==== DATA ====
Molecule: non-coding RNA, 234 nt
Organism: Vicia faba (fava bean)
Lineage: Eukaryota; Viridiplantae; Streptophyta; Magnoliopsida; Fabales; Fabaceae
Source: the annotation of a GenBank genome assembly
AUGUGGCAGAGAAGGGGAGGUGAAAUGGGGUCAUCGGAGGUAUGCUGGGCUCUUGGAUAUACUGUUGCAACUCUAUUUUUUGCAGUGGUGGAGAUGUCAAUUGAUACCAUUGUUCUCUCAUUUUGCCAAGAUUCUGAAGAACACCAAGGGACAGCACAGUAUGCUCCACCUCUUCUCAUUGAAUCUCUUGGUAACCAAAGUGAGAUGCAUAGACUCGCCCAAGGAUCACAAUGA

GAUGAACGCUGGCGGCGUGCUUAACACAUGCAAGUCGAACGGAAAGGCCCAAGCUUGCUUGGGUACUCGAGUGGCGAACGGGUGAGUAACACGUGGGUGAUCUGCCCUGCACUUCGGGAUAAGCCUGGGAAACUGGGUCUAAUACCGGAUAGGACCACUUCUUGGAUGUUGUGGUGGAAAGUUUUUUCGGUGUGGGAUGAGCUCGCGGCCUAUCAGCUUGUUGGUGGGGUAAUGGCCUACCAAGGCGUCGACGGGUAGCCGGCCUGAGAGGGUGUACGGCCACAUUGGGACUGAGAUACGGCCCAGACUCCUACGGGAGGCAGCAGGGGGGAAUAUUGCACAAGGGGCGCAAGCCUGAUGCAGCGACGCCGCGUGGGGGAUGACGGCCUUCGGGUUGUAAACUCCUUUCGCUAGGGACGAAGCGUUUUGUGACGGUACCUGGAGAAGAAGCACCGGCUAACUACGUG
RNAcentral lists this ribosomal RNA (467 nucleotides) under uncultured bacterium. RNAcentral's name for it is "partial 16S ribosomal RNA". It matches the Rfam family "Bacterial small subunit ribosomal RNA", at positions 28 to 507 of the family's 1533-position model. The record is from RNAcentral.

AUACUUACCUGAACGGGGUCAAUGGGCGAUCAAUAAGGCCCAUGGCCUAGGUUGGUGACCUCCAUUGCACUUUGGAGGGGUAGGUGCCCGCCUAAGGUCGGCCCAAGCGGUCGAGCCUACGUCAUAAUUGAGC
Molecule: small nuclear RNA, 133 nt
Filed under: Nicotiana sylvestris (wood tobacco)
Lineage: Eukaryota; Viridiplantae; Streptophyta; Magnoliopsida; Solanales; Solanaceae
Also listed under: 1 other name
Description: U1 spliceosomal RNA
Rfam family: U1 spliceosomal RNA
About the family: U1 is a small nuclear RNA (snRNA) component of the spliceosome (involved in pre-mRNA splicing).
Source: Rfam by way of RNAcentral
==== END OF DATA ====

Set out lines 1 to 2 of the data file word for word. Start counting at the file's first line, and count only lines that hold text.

Molecule: non-coding RNA, 234 nt
Organism: Vicia faba (fava bean)